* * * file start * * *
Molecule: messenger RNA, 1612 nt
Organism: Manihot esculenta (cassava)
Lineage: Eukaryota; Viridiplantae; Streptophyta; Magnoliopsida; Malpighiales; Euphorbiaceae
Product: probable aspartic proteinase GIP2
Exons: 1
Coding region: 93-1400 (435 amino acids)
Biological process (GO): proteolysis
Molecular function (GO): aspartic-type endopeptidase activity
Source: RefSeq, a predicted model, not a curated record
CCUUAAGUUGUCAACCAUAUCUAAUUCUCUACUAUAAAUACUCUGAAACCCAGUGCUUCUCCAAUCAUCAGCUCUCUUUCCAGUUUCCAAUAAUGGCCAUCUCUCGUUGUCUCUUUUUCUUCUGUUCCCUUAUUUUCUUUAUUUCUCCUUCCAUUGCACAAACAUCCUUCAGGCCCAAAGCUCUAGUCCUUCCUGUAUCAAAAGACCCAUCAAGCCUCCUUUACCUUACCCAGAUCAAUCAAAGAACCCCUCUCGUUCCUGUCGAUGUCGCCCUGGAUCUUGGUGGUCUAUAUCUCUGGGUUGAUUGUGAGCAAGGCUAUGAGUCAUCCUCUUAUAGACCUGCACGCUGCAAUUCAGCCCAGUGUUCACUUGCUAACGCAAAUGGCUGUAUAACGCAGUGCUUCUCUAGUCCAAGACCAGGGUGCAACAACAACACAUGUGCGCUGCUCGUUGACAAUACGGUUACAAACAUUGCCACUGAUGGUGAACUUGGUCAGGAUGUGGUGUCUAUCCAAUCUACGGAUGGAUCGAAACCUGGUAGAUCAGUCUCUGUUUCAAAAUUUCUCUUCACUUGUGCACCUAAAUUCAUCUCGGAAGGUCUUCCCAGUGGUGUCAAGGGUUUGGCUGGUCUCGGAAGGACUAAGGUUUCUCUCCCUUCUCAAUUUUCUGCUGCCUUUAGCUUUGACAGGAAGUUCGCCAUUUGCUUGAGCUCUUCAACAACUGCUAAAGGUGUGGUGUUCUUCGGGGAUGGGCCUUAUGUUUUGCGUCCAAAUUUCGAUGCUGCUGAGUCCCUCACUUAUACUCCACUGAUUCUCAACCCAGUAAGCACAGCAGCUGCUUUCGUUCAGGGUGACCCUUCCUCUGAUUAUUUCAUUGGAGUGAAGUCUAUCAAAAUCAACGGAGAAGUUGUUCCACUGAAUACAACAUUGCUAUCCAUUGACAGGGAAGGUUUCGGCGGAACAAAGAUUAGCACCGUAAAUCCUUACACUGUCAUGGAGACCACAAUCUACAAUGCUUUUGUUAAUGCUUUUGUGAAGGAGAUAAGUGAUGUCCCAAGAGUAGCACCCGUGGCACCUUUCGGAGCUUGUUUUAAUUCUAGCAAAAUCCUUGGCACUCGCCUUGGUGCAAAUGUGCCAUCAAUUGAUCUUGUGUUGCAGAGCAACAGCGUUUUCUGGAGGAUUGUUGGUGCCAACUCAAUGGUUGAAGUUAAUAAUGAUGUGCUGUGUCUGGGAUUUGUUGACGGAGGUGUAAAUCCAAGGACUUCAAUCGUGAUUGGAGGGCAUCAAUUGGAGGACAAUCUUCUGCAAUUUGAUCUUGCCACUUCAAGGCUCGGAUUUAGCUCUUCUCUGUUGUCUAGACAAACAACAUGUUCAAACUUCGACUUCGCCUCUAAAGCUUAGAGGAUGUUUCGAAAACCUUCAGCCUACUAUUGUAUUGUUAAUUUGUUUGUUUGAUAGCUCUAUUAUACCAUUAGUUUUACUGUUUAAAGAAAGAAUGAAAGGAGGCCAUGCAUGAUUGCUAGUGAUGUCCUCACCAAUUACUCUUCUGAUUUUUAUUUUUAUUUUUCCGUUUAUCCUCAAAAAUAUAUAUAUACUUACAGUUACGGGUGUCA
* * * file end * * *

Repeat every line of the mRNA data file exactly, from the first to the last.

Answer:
Molecule: messenger RNA, 1612 nt
Organism: Manihot esculenta (cassava)
Lineage: Eukaryota; Viridiplantae; Streptophyta; Magnoliopsida; Malpighiales; Euphorbiaceae
Product: probable aspartic proteinase GIP2
Exons: 1
Coding region: 93-1400 (435 amino acids)
Biological process (GO): proteolysis
Molecular function (GO): aspartic-type endopeptidase activity
Source: RefSeq, a predicted model, not a curated record
CCUUAAGUUGUCAACCAUAUCUAAUUCUCUACUAUAAAUACUCUGAAACCCAGUGCUUCUCCAAUCAUCAGCUCUCUUUCCAGUUUCCAAUAAUGGCCAUCUCUCGUUGUCUCUUUUUCUUCUGUUCCCUUAUUUUCUUUAUUUCUCCUUCCAUUGCACAAACAUCCUUCAGGCCCAAAGCUCUAGUCCUUCCUGUAUCAAAAGACCCAUCAAGCCUCCUUUACCUUACCCAGAUCAAUCAAAGAACCCCUCUCGUUCCUGUCGAUGUCGCCCUGGAUCUUGGUGGUCUAUAUCUCUGGGUUGAUUGUGAGCAAGGCUAUGAGUCAUCCUCUUAUAGACCUGCACGCUGCAAUUCAGCCCAGUGUUCACUUGCUAACGCAAAUGGCUGUAUAACGCAGUGCUUCUCUAGUCCAAGACCAGGGUGCAACAACAACACAUGUGCGCUGCUCGUUGACAAUACGGUUACAAACAUUGCCACUGAUGGUGAACUUGGUCAGGAUGUGGUGUCUAUCCAAUCUACGGAUGGAUCGAAACCUGGUAGAUCAGUCUCUGUUUCAAAAUUUCUCUUCACUUGUGCACCUAAAUUCAUCUCGGAAGGUCUUCCCAGUGGUGUCAAGGGUUUGGCUGGUCUCGGAAGGACUAAGGUUUCUCUCCCUUCUCAAUUUUCUGCUGCCUUUAGCUUUGACAGGAAGUUCGCCAUUUGCUUGAGCUCUUCAACAACUGCUAAAGGUGUGGUGUUCUUCGGGGAUGGGCCUUAUGUUUUGCGUCCAAAUUUCGAUGCUGCUGAGUCCCUCACUUAUACUCCACUGAUUCUCAACCCAGUAAGCACAGCAGCUGCUUUCGUUCAGGGUGACCCUUCCUCUGAUUAUUUCAUUGGAGUGAAGUCUAUCAAAAUCAACGGAGAAGUUGUUCCACUGAAUACAACAUUGCUAUCCAUUGACAGGGAAGGUUUCGGCGGAACAAAGAUUAGCACCGUAAAUCCUUACACUGUCAUGGAGACCACAAUCUACAAUGCUUUUGUUAAUGCUUUUGUGAAGGAGAUAAGUGAUGUCCCAAGAGUAGCACCCGUGGCACCUUUCGGAGCUUGUUUUAAUUCUAGCAAAAUCCUUGGCACUCGCCUUGGUGCAAAUGUGCCAUCAAUUGAUCUUGUGUUGCAGAGCAACAGCGUUUUCUGGAGGAUUGUUGGUGCCAACUCAAUGGUUGAAGUUAAUAAUGAUGUGCUGUGUCUGGGAUUUGUUGACGGAGGUGUAAAUCCAAGGACUUCAAUCGUGAUUGGAGGGCAUCAAUUGGAGGACAAUCUUCUGCAAUUUGAUCUUGCCACUUCAAGGCUCGGAUUUAGCUCUUCUCUGUUGUCUAGACAAACAACAUGUUCAAACUUCGACUUCGCCUCUAAAGCUUAGAGGAUGUUUCGAAAACCUUCAGCCUACUAUUGUAUUGUUAAUUUGUUUGUUUGAUAGCUCUAUUAUACCAUUAGUUUUACUGUUUAAAGAAAGAAUGAAAGGAGGCCAUGCAUGAUUGCUAGUGAUGUCCUCACCAAUUACUCUUCUGAUUUUUAUUUUUAUUUUUCCGUUUAUCCUCAAAAAUAUAUAUAUACUUACAGUUACGGGUGUCA